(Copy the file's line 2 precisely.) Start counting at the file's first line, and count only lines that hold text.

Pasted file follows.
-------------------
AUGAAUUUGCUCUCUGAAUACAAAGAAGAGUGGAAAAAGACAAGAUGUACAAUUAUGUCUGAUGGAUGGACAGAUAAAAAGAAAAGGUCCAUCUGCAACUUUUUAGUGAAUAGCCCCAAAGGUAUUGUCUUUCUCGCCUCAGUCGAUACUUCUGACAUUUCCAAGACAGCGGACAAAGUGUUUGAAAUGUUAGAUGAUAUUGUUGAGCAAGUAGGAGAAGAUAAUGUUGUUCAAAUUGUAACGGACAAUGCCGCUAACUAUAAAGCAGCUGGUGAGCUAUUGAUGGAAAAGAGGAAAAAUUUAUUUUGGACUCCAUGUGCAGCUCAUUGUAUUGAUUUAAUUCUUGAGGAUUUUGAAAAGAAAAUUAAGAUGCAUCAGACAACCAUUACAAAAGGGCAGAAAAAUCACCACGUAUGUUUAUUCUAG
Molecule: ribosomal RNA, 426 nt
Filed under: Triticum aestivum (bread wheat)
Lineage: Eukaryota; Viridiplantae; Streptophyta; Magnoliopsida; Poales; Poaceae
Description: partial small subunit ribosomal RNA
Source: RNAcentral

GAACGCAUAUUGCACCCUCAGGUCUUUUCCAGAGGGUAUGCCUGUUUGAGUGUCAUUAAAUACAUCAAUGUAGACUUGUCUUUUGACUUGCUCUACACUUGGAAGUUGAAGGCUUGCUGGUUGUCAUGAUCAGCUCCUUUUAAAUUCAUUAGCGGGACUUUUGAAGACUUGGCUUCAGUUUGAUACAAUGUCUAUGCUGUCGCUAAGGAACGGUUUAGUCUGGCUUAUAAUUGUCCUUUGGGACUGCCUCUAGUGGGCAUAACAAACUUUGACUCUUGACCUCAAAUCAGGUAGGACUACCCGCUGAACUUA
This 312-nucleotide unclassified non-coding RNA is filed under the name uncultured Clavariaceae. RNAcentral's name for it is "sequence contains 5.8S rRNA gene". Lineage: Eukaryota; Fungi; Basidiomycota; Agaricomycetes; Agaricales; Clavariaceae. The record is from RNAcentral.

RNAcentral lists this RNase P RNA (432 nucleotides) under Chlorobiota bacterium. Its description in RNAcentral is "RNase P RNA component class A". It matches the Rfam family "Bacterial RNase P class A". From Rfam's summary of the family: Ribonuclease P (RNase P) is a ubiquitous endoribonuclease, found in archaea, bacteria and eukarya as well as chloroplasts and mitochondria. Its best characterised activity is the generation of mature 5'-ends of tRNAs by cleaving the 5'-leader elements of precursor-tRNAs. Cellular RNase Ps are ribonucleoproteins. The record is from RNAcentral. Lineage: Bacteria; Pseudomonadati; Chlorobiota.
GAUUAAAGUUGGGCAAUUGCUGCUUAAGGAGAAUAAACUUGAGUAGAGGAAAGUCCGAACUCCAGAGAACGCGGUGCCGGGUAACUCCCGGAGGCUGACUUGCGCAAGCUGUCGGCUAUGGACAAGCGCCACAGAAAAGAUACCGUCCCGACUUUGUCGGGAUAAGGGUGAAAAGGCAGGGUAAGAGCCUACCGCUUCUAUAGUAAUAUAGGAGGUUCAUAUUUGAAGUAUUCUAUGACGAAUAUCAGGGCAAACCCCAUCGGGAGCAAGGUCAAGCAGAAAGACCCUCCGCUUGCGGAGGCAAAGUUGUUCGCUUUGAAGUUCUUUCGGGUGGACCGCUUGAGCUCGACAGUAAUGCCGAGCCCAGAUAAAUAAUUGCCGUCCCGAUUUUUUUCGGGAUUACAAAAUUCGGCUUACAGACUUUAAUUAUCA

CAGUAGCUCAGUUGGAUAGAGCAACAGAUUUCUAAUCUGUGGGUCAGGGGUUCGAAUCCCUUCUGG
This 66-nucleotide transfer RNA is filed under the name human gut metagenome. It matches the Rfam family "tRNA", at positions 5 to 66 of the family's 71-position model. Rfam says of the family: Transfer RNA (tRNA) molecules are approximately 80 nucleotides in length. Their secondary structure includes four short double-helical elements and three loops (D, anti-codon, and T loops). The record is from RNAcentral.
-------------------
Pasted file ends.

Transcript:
Molecule: ribosomal RNA, 426 nt